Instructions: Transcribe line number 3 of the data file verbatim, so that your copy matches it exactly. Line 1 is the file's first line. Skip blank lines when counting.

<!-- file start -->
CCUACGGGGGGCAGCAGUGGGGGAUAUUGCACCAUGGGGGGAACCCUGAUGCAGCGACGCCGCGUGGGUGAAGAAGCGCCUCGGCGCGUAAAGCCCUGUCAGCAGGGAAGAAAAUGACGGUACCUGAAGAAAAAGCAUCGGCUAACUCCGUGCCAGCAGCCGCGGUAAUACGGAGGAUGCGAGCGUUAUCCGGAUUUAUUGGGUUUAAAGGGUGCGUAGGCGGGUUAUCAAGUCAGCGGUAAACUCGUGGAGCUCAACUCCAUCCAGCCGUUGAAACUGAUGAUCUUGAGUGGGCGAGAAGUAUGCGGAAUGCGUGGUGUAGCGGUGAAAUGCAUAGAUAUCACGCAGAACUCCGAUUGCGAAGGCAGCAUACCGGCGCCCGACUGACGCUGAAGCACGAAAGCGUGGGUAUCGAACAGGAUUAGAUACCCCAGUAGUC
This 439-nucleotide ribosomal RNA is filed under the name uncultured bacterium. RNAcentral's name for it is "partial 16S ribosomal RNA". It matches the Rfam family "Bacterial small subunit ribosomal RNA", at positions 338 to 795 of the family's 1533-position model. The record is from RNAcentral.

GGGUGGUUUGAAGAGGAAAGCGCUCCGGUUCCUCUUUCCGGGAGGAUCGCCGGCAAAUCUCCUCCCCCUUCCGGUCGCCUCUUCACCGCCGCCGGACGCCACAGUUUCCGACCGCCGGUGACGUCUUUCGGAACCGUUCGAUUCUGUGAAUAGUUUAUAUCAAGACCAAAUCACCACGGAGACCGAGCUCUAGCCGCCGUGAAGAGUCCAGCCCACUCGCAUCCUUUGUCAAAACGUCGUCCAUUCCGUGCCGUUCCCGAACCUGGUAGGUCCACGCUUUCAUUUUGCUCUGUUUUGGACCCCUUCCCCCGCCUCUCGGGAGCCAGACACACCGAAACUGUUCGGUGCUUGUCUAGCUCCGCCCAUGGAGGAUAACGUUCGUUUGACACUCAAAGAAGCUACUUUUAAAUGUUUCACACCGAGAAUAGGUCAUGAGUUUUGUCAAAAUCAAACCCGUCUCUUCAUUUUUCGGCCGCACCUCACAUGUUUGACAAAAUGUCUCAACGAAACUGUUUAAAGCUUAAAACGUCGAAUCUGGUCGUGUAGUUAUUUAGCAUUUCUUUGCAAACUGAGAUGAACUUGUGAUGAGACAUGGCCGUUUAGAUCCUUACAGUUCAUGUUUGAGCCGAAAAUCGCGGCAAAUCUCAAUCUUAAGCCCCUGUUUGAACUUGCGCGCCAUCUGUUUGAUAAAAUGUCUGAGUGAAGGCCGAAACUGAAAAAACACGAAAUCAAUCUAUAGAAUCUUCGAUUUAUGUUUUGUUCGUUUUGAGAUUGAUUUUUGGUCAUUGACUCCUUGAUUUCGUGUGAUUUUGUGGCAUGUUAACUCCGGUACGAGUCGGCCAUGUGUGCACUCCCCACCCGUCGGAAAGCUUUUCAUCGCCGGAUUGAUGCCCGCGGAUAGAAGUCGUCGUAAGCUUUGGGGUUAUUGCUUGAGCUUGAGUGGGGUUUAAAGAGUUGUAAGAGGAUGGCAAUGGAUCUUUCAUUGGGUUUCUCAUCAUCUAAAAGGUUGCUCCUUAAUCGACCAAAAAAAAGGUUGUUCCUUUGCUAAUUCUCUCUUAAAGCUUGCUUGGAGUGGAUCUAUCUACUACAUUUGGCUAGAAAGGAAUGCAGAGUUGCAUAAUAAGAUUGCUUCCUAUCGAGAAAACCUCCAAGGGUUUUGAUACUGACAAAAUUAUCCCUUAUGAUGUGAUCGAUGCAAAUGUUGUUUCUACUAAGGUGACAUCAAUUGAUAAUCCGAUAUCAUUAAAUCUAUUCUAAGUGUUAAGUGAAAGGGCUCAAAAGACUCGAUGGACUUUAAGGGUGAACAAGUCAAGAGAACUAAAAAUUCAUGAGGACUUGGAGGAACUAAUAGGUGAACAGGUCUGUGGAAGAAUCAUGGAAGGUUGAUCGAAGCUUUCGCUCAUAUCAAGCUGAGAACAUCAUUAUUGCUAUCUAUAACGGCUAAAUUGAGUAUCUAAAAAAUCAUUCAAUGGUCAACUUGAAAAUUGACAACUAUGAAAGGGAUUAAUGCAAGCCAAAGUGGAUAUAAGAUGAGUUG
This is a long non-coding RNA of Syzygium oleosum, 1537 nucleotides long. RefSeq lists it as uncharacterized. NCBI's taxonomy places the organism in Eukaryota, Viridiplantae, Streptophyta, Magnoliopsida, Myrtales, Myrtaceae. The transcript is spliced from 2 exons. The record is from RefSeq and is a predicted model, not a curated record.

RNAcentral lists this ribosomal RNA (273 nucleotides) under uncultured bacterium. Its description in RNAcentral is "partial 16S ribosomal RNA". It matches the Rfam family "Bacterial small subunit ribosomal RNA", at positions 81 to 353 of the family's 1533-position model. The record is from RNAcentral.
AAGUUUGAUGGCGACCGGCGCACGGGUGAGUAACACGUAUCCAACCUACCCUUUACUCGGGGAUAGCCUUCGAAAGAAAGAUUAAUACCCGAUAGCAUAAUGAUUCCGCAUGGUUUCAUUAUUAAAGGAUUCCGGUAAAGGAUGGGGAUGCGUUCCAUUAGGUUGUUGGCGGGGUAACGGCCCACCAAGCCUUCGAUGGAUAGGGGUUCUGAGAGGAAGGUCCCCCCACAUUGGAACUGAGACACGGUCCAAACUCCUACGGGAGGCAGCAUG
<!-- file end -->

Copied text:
GGGUGGUUUGAAGAGGAAAGCGCUCCGGUUCCUCUUUCCGGGAGGAUCGCCGGCAAAUCUCCUCCCCCUUCCGGUCGCCUCUUCACCGCCGCCGGACGCCACAGUUUCCGACCGCCGGUGACGUCUUUCGGAACCGUUCGAUUCUGUGAAUAGUUUAUAUCAAGACCAAAUCACCACGGAGACCGAGCUCUAGCCGCCGUGAAGAGUCCAGCCCACUCGCAUCCUUUGUCAAAACGUCGUCCAUUCCGUGCCGUUCCCGAACCUGGUAGGUCCACGCUUUCAUUUUGCUCUGUUUUGGACCCCUUCCCCCGCCUCUCGGGAGCCAGACACACCGAAACUGUUCGGUGCUUGUCUAGCUCCGCCCAUGGAGGAUAACGUUCGUUUGACACUCAAAGAAGCUACUUUUAAAUGUUUCACACCGAGAAUAGGUCAUGAGUUUUGUCAAAAUCAAACCCGUCUCUUCAUUUUUCGGCCGCACCUCACAUGUUUGACAAAAUGUCUCAACGAAACUGUUUAAAGCUUAAAACGUCGAAUCUGGUCGUGUAGUUAUUUAGCAUUUCUUUGCAAACUGAGAUGAACUUGUGAUGAGACAUGGCCGUUUAGAUCCUUACAGUUCAUGUUUGAGCCGAAAAUCGCGGCAAAUCUCAAUCUUAAGCCCCUGUUUGAACUUGCGCGCCAUCUGUUUGAUAAAAUGUCUGAGUGAAGGCCGAAACUGAAAAAACACGAAAUCAAUCUAUAGAAUCUUCGAUUUAUGUUUUGUUCGUUUUGAGAUUGAUUUUUGGUCAUUGACUCCUUGAUUUCGUGUGAUUUUGUGGCAUGUUAACUCCGGUACGAGUCGGCCAUGUGUGCACUCCCCACCCGUCGGAAAGCUUUUCAUCGCCGGAUUGAUGCCCGCGGAUAGAAGUCGUCGUAAGCUUUGGGGUUAUUGCUUGAGCUUGAGUGGGGUUUAAAGAGUUGUAAGAGGAUGGCAAUGGAUCUUUCAUUGGGUUUCUCAUCAUCUAAAAGGUUGCUCCUUAAUCGACCAAAAAAAAGGUUGUUCCUUUGCUAAUUCUCUCUUAAAGCUUGCUUGGAGUGGAUCUAUCUACUACAUUUGGCUAGAAAGGAAUGCAGAGUUGCAUAAUAAGAUUGCUUCCUAUCGAGAAAACCUCCAAGGGUUUUGAUACUGACAAAAUUAUCCCUUAUGAUGUGAUCGAUGCAAAUGUUGUUUCUACUAAGGUGACAUCAAUUGAUAAUCCGAUAUCAUUAAAUCUAUUCUAAGUGUUAAGUGAAAGGGCUCAAAAGACUCGAUGGACUUUAAGGGUGAACAAGUCAAGAGAACUAAAAAUUCAUGAGGACUUGGAGGAACUAAUAGGUGAACAGGUCUGUGGAAGAAUCAUGGAAGGUUGAUCGAAGCUUUCGCUCAUAUCAAGCUGAGAACAUCAUUAUUGCUAUCUAUAACGGCUAAAUUGAGUAUCUAAAAAAUCAUUCAAUGGUCAACUUGAAAAUUGACAACUAUGAAAGGGAUUAAUGCAAGCCAAAGUGGAUAUAAGAUGAGUUG